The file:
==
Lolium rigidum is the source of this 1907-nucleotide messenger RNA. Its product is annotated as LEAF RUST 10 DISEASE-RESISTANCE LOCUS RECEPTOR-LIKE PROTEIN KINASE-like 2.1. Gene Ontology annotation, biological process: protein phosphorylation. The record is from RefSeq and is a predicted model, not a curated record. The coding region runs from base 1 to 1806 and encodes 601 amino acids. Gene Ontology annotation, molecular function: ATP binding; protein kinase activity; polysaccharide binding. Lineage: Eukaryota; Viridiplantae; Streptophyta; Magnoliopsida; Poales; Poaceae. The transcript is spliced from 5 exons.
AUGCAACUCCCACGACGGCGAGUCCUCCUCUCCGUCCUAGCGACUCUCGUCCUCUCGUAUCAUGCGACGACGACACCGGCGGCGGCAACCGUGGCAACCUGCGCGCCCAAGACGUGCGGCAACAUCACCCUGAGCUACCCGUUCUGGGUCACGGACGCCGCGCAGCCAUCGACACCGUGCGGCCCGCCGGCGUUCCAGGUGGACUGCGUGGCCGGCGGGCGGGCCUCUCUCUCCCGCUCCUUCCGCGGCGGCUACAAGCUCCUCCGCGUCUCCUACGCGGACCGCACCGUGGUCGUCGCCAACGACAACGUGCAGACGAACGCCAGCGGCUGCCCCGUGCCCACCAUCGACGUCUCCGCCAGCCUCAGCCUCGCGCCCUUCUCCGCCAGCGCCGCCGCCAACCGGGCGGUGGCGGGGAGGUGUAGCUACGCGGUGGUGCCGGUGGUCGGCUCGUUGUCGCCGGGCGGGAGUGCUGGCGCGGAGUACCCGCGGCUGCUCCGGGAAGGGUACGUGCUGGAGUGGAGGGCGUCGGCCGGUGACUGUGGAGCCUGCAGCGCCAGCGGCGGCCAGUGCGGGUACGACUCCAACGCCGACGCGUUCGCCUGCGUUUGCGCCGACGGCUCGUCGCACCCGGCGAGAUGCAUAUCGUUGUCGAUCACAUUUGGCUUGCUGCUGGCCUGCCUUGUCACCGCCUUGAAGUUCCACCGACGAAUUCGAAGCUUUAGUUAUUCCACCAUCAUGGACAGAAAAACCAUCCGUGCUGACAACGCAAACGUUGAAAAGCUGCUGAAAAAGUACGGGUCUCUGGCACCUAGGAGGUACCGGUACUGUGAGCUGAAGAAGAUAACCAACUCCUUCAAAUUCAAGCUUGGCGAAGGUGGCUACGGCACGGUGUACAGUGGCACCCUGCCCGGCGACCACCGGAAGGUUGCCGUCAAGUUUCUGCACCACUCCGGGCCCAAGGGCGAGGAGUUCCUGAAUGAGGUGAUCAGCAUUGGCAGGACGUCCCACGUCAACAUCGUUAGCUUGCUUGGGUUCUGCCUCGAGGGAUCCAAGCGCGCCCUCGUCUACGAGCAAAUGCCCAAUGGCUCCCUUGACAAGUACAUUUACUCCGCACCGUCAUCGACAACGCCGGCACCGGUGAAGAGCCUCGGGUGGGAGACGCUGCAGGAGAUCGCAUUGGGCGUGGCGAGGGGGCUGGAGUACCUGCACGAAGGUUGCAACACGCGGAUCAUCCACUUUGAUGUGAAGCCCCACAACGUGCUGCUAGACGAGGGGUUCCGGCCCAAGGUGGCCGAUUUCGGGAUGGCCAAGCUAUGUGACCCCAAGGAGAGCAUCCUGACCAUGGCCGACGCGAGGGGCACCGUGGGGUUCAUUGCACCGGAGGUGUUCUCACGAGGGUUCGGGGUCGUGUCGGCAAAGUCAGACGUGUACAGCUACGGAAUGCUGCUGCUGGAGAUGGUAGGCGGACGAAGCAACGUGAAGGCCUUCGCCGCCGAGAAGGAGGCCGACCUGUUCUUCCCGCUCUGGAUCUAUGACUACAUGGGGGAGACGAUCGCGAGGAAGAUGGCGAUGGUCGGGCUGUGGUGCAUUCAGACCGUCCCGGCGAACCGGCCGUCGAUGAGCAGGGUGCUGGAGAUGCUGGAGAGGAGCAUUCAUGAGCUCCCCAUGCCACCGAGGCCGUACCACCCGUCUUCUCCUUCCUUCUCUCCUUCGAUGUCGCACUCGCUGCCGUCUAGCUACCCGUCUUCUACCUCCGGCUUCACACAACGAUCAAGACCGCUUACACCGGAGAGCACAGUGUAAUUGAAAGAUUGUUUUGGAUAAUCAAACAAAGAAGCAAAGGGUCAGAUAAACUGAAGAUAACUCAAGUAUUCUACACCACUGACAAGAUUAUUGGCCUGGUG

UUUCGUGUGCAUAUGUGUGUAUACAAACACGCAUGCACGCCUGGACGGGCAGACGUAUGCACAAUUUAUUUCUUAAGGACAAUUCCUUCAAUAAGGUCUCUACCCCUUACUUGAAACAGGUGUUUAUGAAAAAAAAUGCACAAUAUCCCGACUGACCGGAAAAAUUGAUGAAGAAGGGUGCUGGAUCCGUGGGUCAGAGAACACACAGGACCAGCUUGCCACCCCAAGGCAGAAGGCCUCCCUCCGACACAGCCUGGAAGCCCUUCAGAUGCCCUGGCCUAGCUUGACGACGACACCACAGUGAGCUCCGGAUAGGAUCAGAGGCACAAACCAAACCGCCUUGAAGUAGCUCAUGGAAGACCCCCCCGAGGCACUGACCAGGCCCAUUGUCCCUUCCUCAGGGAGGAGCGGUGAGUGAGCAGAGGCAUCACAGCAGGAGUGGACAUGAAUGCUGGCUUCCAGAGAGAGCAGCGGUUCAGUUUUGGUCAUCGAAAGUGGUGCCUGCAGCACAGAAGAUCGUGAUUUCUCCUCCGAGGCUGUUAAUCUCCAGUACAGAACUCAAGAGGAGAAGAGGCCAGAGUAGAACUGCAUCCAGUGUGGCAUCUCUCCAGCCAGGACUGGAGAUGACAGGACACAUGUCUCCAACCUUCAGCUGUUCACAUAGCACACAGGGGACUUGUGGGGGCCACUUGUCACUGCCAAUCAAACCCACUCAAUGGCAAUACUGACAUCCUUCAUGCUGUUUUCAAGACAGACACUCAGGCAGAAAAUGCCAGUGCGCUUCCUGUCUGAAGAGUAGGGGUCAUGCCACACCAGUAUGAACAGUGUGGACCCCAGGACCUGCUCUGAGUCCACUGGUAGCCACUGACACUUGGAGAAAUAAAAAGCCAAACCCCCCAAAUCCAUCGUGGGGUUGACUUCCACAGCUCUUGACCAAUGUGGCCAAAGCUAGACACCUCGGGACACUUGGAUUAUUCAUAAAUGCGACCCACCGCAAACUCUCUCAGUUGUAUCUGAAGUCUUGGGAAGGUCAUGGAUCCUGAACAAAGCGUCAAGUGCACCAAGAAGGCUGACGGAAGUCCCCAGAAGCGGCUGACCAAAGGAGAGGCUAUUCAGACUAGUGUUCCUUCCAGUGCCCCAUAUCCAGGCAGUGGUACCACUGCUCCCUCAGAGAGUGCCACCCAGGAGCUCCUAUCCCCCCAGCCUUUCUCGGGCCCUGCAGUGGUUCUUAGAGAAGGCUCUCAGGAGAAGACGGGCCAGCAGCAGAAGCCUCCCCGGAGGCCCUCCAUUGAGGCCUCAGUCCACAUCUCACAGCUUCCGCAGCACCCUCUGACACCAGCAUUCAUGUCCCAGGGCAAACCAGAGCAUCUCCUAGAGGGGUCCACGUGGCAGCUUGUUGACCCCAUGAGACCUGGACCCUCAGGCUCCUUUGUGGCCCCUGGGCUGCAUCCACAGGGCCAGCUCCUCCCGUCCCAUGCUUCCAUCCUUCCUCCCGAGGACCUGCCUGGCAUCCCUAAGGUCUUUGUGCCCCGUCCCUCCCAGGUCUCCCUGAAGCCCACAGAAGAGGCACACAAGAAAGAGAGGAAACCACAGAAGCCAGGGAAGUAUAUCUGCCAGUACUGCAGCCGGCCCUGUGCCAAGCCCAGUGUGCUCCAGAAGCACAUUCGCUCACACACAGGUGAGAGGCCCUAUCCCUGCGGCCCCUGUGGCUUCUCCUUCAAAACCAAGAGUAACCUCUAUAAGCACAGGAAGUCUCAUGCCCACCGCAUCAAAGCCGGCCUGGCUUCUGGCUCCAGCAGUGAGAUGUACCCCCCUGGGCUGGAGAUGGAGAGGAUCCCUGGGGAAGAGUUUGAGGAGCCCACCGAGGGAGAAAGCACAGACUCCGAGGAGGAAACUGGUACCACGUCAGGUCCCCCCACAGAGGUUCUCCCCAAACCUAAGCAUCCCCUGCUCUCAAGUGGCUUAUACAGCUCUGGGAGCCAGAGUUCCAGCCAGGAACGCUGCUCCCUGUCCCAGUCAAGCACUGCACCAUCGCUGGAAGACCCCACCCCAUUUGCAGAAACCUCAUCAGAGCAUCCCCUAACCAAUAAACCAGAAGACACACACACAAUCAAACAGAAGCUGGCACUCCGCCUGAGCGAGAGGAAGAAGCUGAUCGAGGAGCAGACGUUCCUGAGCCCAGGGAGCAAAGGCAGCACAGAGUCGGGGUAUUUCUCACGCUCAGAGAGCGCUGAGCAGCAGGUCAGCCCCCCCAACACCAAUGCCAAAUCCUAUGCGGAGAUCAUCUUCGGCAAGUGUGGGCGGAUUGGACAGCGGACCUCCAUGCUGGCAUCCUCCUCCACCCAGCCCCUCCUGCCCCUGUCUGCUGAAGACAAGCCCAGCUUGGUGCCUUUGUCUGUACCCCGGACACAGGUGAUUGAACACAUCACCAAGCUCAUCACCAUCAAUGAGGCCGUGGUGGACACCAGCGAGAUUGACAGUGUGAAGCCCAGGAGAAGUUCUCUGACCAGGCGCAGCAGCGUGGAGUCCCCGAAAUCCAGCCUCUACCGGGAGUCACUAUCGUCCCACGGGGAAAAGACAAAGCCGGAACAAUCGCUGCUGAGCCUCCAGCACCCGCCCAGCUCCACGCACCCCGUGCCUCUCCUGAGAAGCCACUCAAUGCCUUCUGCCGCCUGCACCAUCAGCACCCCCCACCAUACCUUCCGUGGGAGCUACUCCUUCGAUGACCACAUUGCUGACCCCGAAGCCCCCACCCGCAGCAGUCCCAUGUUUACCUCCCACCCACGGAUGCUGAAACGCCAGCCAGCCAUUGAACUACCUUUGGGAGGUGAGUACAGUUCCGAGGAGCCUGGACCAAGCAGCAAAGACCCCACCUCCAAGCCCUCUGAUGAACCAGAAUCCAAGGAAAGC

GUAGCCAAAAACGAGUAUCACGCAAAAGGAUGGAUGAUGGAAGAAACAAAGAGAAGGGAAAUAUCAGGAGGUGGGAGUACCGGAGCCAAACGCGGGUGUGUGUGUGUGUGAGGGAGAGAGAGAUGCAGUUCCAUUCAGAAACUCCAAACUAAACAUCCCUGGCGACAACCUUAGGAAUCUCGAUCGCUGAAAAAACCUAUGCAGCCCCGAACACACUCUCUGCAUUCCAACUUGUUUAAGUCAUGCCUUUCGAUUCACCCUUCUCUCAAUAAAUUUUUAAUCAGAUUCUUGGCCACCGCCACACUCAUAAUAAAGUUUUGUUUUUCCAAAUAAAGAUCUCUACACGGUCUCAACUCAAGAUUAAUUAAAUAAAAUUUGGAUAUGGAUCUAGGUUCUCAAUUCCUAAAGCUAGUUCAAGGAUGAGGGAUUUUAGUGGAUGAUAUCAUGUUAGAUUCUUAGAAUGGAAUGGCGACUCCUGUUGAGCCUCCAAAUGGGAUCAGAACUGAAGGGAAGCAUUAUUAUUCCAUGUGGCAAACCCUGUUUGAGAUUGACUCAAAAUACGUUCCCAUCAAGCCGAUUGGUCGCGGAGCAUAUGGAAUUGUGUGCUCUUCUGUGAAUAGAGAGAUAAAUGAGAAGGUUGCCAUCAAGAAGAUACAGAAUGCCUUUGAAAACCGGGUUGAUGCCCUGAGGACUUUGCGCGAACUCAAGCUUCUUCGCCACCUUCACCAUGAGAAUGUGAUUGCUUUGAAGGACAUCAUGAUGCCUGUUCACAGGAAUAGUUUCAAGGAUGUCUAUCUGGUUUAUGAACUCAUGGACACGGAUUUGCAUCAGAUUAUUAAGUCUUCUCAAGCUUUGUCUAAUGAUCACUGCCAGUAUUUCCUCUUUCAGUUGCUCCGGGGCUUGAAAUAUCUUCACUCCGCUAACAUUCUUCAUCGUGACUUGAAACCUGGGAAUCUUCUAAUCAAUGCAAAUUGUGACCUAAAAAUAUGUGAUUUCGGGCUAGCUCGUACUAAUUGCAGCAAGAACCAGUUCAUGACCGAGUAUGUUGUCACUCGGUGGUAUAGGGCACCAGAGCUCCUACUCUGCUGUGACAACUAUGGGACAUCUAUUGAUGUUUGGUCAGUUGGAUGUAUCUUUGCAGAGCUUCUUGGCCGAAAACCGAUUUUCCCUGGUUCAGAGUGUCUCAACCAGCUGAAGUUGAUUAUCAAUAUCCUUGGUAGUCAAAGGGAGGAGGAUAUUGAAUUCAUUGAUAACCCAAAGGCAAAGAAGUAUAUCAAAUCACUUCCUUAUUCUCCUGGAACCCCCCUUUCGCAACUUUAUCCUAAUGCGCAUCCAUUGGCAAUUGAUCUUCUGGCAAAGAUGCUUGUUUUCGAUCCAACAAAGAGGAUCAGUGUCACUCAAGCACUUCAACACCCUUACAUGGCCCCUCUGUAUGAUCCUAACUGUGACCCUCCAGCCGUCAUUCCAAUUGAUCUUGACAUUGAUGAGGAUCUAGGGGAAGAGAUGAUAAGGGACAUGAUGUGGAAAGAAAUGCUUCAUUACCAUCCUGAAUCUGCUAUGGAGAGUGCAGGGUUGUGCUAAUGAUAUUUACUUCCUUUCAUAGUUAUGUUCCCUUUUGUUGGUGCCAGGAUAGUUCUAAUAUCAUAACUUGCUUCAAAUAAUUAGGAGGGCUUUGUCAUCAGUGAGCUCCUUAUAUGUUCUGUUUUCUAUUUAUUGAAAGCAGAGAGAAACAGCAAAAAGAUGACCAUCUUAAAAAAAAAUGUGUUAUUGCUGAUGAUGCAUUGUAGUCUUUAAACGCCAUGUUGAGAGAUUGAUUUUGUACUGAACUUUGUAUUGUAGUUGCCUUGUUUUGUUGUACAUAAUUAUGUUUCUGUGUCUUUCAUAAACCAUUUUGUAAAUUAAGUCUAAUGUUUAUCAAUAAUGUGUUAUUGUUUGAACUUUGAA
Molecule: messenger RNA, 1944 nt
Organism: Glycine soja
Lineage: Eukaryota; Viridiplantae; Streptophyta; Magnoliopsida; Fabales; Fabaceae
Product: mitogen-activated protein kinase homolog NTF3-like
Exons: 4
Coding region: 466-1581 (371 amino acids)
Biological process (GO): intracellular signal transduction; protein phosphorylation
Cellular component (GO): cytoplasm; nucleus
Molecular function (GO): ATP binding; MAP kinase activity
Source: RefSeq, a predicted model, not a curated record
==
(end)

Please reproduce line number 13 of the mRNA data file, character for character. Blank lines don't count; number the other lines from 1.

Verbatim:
Molecular function (GO): ATP binding; MAP kinase activity